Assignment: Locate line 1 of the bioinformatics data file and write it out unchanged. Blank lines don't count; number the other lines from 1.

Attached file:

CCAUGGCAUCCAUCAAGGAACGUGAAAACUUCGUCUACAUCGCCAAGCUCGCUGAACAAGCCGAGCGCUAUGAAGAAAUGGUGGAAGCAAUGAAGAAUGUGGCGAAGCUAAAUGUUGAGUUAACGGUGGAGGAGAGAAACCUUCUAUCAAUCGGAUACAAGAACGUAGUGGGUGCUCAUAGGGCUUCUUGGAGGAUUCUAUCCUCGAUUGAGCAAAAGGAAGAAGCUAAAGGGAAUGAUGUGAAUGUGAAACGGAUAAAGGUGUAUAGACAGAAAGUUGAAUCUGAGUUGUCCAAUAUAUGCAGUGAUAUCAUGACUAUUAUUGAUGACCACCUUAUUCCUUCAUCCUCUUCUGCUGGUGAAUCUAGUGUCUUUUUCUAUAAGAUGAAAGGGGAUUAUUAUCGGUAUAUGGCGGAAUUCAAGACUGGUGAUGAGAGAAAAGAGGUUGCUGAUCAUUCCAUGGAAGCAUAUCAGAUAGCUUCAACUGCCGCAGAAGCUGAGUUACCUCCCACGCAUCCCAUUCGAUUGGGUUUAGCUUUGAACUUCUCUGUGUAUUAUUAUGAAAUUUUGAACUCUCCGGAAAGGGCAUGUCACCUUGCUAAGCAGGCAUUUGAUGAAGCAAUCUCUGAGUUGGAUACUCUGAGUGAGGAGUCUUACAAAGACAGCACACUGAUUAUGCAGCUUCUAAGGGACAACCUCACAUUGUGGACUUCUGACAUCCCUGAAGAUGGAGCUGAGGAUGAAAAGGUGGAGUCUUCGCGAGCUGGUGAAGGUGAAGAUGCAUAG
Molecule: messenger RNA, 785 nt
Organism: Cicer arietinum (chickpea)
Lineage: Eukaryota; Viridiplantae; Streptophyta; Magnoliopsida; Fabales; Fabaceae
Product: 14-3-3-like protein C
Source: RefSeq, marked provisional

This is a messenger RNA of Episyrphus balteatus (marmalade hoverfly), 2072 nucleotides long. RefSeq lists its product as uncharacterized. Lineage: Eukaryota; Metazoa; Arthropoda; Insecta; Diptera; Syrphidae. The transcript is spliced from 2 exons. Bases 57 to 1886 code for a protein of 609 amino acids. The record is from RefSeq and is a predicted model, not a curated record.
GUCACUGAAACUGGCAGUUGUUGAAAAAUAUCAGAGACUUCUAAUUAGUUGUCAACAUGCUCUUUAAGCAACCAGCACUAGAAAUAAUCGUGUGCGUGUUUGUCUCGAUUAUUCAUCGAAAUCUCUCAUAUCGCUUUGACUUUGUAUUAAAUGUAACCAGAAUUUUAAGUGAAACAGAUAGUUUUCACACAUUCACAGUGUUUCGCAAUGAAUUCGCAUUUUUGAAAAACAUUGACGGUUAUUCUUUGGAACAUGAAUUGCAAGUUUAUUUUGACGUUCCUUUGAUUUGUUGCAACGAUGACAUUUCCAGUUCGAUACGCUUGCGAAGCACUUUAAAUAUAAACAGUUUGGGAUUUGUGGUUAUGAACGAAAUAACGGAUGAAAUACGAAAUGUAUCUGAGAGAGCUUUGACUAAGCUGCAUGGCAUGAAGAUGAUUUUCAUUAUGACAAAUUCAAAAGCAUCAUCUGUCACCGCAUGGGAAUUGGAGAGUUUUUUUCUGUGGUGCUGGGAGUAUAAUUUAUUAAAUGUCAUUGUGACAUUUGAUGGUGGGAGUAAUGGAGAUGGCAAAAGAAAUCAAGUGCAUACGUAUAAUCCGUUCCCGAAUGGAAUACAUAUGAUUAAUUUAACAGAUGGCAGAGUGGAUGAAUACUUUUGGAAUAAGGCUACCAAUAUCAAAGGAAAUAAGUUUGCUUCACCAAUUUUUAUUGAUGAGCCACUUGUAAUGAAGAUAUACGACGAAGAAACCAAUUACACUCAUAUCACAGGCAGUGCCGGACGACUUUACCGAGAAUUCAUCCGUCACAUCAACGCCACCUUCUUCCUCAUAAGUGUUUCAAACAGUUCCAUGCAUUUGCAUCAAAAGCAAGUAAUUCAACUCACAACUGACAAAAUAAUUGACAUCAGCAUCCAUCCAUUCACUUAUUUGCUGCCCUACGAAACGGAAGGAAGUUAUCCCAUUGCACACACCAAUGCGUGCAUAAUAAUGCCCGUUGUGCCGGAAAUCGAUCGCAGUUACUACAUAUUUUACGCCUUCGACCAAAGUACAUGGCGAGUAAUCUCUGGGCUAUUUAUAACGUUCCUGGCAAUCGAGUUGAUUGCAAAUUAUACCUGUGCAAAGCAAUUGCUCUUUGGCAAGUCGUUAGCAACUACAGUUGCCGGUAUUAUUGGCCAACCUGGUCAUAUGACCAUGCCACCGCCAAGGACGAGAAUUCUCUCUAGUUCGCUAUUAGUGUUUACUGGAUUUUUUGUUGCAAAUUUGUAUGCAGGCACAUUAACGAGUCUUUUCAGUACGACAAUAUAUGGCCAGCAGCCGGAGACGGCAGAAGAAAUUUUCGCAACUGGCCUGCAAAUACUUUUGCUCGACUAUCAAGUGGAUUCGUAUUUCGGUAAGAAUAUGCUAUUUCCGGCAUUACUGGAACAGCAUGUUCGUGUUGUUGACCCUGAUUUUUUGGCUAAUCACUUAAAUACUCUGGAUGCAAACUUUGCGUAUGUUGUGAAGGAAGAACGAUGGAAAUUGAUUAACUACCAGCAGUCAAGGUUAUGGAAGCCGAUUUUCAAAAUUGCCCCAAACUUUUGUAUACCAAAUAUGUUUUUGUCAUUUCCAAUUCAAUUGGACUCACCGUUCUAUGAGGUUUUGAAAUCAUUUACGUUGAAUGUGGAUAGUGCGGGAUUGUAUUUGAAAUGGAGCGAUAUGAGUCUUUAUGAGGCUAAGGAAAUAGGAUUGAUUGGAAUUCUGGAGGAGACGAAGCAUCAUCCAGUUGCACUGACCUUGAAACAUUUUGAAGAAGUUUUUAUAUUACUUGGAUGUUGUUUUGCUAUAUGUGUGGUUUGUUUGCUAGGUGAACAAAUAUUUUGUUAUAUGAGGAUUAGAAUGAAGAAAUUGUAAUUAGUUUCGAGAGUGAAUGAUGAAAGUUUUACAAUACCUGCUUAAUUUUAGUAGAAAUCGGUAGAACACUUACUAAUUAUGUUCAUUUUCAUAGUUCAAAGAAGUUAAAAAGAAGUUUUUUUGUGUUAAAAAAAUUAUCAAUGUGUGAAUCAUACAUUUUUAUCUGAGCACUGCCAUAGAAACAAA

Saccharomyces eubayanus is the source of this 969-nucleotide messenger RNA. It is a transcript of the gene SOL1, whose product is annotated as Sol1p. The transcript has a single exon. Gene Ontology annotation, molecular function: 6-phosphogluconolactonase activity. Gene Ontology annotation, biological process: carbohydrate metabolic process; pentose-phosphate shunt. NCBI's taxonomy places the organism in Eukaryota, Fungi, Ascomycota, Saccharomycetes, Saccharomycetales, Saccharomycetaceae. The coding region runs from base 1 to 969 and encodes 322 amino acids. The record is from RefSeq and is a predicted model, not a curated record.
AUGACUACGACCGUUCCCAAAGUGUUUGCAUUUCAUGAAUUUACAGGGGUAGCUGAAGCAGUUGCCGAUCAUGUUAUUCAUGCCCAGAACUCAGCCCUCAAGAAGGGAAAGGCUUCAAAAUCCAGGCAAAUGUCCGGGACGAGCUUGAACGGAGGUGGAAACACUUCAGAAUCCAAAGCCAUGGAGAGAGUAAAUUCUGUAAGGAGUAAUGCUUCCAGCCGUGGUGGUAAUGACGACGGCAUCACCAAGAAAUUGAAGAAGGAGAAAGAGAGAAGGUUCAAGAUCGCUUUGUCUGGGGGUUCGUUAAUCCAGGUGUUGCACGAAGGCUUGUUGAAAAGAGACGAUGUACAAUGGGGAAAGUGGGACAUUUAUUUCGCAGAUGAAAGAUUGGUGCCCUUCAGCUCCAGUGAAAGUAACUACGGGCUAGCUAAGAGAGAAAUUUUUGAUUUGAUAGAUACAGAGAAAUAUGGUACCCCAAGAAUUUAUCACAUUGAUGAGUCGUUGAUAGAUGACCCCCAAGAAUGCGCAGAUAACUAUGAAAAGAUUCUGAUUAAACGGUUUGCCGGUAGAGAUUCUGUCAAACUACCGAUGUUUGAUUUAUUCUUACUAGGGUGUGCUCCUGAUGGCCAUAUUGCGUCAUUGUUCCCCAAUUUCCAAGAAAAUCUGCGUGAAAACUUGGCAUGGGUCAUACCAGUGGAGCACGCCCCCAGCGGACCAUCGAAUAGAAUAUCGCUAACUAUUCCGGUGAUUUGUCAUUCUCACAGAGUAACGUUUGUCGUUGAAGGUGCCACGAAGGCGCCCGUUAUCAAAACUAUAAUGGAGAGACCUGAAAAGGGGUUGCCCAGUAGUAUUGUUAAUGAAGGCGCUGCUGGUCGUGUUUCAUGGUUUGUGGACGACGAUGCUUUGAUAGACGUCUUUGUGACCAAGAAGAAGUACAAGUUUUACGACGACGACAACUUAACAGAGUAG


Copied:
CCAUGGCAUCCAUCAAGGAACGUGAAAACUUCGUCUACAUCGCCAAGCUCGCUGAACAAGCCGAGCGCUAUGAAGAAAUGGUGGAAGCAAUGAAGAAUGUGGCGAAGCUAAAUGUUGAGUUAACGGUGGAGGAGAGAAACCUUCUAUCAAUCGGAUACAAGAACGUAGUGGGUGCUCAUAGGGCUUCUUGGAGGAUUCUAUCCUCGAUUGAGCAAAAGGAAGAAGCUAAAGGGAAUGAUGUGAAUGUGAAACGGAUAAAGGUGUAUAGACAGAAAGUUGAAUCUGAGUUGUCCAAUAUAUGCAGUGAUAUCAUGACUAUUAUUGAUGACCACCUUAUUCCUUCAUCCUCUUCUGCUGGUGAAUCUAGUGUCUUUUUCUAUAAGAUGAAAGGGGAUUAUUAUCGGUAUAUGGCGGAAUUCAAGACUGGUGAUGAGAGAAAAGAGGUUGCUGAUCAUUCCAUGGAAGCAUAUCAGAUAGCUUCAACUGCCGCAGAAGCUGAGUUACCUCCCACGCAUCCCAUUCGAUUGGGUUUAGCUUUGAACUUCUCUGUGUAUUAUUAUGAAAUUUUGAACUCUCCGGAAAGGGCAUGUCACCUUGCUAAGCAGGCAUUUGAUGAAGCAAUCUCUGAGUUGGAUACUCUGAGUGAGGAGUCUUACAAAGACAGCACACUGAUUAUGCAGCUUCUAAGGGACAACCUCACAUUGUGGACUUCUGACAUCCCUGAAGAUGGAGCUGAGGAUGAAAAGGUGGAGUCUUCGCGAGCUGGUGAAGGUGAAGAUGCAUAG